A group of house church believers planned a tour to the Holy Land. Their travel was denied, their churches harassed, closed, and forced to merge.
In July 2018, a group of 30 people, including pastors and believers, from the Mission Fellowship of a house church in Shandong Province’s Qingdao city on China’s east coast, were preparing to travel to Israel with a tour group. Upon learning that members of the house church wanted to travel abroad, Qingdao authorities prohibited the 30 Christians from leaving the country on the grounds that they were “going abroad to do missionary work.” The authorities also blacklisted all 30 people and placed them under surveillance.
In mid-September, Pastor Pan Yongliang, the leader of this church’s Mission Fellowship, was summoned by the Religious Affairs Bureau. At the same time, authorities sent officers to seal off one of the church’s meeting venues on the same grounds that the church was “going abroad to do missionary work.”
One member of the church, who requested anonymity, said: “He [the police officer] went directly to find the owner [the landlord of the church meeting venue], and threatened her, saying that she is forbidden to rent the apartment to us, and she will be arrested if she continues to do so.”
On September 23, personnel from a local Three-Self church arrived at the meeting place of Mission Fellowship. They conveyed a directive from the local Religious Affairs Bureau: they must merge with a nearby Three-Self church and hand over their donation money to the Three-Self church. Furthermore, the authorities will appoint a Three-Self pastor to give sermons to the Fellowship.
The believer also revealed that Qingdao’s Religious Affairs Bureau issued a notice, ordering all house church meeting venues to register to be affiliated with a local Three-Self church. The state-approved Three-Self churches must manage all ecclesiastical affairs, and unregistered church venues are deemed illegal. If illegal gatherings are discovered, a fine of 50,000 RMB (about $7,400) will be imposed on the congregation.
Under severe pressure from the government, several meeting places of the Mission Fellowship had to stop holding gatherings, leaving about 500 to 600 people with no place to worship.
The travel restrictions and harassment described above are typical of the intensifying control over, and suppression of, activities of the house churches. Believers going abroad especially attract the government’s attention. According to Article 70 of the new Regulations on Religious Affairs, which came into effect in February 2018, all unauthorized organizations of citizens going abroad to participate in religious trainings, conferences, worship, and other activities related to religions, are prohibited. Failure to comply can result in fines from 20,000 RMB to 200,000 RMB (about $2,960 to $29,600).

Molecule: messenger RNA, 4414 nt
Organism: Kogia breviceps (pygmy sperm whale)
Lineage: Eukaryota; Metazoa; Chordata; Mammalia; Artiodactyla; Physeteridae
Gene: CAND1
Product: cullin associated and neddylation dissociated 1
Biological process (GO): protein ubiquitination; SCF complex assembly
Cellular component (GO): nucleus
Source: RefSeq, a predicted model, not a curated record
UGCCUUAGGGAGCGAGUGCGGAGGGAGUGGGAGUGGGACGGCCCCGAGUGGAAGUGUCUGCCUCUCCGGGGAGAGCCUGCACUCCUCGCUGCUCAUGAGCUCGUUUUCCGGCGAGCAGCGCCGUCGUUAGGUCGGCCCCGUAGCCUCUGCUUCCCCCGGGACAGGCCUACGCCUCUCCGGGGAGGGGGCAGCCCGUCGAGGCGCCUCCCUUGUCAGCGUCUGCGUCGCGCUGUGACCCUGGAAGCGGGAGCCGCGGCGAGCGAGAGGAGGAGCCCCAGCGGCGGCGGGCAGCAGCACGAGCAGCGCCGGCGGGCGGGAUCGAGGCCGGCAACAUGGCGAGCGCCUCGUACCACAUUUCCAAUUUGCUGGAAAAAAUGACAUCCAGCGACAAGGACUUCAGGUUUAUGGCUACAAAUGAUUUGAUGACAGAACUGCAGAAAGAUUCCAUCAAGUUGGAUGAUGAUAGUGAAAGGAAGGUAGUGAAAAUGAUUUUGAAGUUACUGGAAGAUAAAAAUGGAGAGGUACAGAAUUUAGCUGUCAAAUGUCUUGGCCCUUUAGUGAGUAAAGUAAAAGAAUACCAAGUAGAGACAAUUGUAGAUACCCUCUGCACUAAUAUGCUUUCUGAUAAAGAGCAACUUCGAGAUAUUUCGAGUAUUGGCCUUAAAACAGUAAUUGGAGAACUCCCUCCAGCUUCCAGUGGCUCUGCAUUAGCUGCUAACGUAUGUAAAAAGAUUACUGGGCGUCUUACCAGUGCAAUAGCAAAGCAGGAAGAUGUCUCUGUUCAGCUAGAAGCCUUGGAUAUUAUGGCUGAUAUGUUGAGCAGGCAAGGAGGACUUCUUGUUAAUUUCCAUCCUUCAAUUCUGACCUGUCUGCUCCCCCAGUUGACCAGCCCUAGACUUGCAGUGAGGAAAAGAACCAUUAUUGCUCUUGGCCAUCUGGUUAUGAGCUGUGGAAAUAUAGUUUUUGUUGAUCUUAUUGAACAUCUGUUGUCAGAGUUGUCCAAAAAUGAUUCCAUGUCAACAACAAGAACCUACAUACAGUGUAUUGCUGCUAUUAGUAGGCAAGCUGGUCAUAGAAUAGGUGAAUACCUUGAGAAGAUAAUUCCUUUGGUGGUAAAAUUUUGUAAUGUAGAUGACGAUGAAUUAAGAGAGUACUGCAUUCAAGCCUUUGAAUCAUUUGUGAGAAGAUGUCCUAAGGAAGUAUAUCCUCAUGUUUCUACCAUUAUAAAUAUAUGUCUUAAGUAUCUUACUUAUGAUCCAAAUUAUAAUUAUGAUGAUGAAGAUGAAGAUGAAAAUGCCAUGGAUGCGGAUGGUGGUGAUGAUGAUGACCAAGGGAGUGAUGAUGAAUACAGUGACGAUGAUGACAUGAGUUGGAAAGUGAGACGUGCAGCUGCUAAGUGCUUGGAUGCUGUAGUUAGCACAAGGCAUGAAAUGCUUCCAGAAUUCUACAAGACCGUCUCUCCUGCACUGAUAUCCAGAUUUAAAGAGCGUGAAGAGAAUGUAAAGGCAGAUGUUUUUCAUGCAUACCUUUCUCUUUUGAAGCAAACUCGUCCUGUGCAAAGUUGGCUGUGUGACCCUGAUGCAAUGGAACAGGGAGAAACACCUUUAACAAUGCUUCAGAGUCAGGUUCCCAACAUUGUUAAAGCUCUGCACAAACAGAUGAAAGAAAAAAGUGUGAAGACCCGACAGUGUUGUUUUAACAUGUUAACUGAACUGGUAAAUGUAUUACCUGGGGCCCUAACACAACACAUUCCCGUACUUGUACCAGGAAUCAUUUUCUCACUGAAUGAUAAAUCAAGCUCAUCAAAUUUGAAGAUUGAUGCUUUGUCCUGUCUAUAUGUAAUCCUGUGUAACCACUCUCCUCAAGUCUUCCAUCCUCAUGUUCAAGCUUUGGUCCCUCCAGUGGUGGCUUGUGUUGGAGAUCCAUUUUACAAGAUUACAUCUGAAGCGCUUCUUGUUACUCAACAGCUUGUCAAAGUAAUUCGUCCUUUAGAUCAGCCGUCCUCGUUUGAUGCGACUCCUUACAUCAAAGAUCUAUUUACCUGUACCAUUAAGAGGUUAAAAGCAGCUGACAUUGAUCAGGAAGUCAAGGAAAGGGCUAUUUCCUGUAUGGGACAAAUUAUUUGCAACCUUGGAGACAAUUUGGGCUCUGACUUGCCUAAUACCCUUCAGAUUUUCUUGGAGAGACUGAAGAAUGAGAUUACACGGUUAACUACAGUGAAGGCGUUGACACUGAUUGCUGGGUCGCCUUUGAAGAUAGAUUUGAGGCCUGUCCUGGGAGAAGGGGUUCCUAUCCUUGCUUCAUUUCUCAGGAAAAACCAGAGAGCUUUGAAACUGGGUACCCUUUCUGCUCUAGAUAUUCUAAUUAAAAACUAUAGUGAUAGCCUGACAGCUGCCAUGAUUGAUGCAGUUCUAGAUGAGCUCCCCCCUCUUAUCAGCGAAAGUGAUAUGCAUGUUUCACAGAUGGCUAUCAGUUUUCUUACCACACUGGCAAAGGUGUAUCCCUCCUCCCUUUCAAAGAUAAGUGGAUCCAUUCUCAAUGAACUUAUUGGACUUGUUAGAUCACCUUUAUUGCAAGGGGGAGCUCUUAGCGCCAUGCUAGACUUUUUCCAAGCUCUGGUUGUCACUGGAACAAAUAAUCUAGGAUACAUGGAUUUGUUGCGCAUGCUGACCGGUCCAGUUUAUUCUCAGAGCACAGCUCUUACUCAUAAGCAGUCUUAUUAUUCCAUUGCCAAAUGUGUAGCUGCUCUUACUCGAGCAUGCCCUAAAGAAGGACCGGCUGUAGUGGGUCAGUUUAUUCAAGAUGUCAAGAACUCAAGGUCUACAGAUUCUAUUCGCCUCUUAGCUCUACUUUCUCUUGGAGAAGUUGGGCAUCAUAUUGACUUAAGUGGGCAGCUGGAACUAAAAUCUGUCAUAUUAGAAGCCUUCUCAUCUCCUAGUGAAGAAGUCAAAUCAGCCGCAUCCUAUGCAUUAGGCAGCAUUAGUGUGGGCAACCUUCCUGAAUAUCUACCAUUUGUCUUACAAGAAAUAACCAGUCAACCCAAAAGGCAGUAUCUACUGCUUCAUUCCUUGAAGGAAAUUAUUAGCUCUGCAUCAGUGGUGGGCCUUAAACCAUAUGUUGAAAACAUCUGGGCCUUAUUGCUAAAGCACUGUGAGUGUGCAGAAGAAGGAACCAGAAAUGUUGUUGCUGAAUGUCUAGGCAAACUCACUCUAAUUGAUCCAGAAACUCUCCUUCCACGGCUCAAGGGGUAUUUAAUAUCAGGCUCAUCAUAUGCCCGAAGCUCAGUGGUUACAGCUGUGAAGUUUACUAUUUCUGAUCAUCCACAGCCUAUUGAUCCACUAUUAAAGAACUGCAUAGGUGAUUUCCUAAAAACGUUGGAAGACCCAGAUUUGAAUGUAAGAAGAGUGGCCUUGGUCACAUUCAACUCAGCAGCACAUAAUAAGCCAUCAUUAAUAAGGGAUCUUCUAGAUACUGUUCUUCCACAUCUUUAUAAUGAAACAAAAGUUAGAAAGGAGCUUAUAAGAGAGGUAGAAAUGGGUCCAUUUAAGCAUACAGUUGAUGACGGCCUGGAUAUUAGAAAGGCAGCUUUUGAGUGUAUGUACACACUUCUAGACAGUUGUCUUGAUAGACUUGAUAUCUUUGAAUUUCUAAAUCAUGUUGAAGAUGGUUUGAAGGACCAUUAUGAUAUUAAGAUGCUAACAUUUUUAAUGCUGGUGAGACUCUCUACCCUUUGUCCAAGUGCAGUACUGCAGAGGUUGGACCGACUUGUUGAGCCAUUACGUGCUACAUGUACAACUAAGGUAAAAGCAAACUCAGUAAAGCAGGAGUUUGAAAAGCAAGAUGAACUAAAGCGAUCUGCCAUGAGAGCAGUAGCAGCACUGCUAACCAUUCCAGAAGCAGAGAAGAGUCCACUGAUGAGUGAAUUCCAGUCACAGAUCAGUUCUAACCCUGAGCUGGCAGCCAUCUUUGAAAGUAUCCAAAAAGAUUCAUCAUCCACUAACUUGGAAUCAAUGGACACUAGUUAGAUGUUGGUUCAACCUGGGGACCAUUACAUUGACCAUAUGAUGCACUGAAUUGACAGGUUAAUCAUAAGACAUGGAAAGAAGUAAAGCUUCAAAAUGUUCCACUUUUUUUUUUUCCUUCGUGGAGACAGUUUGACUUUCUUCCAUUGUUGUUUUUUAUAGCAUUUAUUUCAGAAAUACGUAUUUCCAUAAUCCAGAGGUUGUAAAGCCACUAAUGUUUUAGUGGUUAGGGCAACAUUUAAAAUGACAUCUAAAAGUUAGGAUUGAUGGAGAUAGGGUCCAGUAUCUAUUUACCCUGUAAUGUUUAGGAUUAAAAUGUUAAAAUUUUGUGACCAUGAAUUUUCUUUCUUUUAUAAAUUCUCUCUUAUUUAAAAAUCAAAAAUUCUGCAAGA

Korean-American pastor Jack, from the Seventh-day Adventist Church, spoke about the Chinese Communist Party (CCP)’s ban on mainland Chinese pastors going abroad. He said that the authorities are afraid that Chinese believers will engage in faith-related discussions with foreign believers.
The Seventh-day Adventist Church holds a global conference every year. The 2018 global conference was held in South Korea in August. When the church tried to organize mainland Chinese pastors to go to South Korea to attend the conference, they, too, were prohibited from leaving the country by the Chinese government.
Afterward, the movements of pastor Jack, as one of the foreign missionaries of this church in China, have been controlled. He said, “The government has told me that I’m not allowed to go out to preach about Jesus, much less to go to churches to give sermons. Now, any time I go to a church, as soon as the police see me, they will order me to leave.” He added that, at present, the Municipal Public Security Bureau of Wuhan city, the capital of Hubei Province in central China, has already started investigating him, and it is possible that he will soon have no choice but to leave China.
(All names used in the article are pseudonyms.)
Reported by Li Mingxuan